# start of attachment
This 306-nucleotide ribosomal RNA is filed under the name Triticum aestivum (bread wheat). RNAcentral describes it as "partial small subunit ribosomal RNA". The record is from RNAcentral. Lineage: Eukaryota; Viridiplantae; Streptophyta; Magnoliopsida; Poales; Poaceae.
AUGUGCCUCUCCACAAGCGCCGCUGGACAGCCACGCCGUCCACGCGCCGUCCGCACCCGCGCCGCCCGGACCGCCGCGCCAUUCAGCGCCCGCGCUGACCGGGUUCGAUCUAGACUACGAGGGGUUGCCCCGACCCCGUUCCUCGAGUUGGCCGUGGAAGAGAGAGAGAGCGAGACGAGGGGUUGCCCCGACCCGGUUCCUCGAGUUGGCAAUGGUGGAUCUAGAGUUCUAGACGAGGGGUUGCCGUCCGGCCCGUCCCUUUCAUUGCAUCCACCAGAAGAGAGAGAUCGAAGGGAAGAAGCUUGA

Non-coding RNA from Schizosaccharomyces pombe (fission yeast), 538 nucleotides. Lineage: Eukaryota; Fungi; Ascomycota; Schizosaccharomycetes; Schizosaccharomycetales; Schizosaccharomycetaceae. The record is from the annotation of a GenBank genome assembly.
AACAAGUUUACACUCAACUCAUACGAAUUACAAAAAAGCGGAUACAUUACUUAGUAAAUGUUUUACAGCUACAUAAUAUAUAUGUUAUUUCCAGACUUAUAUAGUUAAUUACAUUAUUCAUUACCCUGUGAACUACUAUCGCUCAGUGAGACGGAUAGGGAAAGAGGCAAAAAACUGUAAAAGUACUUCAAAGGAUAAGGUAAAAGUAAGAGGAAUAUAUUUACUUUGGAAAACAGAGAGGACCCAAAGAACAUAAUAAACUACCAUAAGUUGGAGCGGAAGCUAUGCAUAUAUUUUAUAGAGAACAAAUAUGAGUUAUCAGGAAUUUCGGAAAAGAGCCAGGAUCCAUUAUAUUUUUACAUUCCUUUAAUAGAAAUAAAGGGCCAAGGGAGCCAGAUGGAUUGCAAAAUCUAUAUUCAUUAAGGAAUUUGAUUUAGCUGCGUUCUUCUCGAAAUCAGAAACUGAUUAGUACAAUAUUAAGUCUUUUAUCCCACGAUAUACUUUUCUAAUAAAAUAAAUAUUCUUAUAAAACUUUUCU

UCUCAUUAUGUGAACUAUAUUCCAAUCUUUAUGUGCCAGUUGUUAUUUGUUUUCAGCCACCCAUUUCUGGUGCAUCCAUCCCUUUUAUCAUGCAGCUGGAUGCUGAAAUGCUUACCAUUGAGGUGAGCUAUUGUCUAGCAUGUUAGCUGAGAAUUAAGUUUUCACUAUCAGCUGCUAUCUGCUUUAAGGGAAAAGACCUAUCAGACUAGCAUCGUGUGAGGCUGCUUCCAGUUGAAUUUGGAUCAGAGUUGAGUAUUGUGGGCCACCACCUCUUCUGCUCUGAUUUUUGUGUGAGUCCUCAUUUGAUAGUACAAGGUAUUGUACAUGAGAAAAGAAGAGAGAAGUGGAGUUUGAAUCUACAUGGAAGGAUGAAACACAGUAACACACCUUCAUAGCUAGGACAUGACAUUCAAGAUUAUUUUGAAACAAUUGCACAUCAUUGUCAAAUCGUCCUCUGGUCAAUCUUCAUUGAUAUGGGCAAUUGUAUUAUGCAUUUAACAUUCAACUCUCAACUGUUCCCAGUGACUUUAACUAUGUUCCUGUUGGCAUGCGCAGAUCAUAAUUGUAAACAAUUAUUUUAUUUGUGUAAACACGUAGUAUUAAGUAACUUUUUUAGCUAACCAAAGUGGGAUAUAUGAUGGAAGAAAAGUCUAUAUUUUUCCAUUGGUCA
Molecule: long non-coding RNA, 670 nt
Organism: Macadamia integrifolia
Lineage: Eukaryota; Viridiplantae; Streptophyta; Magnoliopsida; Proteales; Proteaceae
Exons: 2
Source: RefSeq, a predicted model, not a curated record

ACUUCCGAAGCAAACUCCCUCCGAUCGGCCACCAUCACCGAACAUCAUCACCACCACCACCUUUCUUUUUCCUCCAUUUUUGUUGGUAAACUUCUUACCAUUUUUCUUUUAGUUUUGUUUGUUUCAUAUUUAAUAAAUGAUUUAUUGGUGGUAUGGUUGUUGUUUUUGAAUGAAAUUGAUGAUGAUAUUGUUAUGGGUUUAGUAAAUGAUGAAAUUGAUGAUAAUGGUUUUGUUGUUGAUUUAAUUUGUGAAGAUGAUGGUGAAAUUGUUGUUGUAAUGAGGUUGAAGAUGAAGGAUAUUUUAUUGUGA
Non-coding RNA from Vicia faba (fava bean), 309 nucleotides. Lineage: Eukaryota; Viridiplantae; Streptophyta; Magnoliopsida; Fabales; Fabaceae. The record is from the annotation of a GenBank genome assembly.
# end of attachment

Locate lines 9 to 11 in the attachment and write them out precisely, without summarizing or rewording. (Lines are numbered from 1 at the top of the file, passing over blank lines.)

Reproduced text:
Exons: 2
Source: RefSeq, a predicted model, not a curated record

ACUUCCGAAGCAAACUCCCUCCGAUCGGCCACCAUCACCGAACAUCAUCACCACCACCACCUUUCUUUUUCCUCCAUUUUUGUUGGUAAACUUCUUACCAUUUUUCUUUUAGUUUUGUUUGUUUCAUAUUUAAUAAAUGAUUUAUUGGUGGUAUGGUUGUUGUUUUUGAAUGAAAUUGAUGAUGAUAUUGUUAUGGGUUUAGUAAAUGAUGAAAUUGAUGAUAAUGGUUUUGUUGUUGAUUUAAUUUGUGAAGAUGAUGGUGAAAUUGUUGUUGUAAUGAGGUUGAAGAUGAAGGAUAUUUUAUUGUGA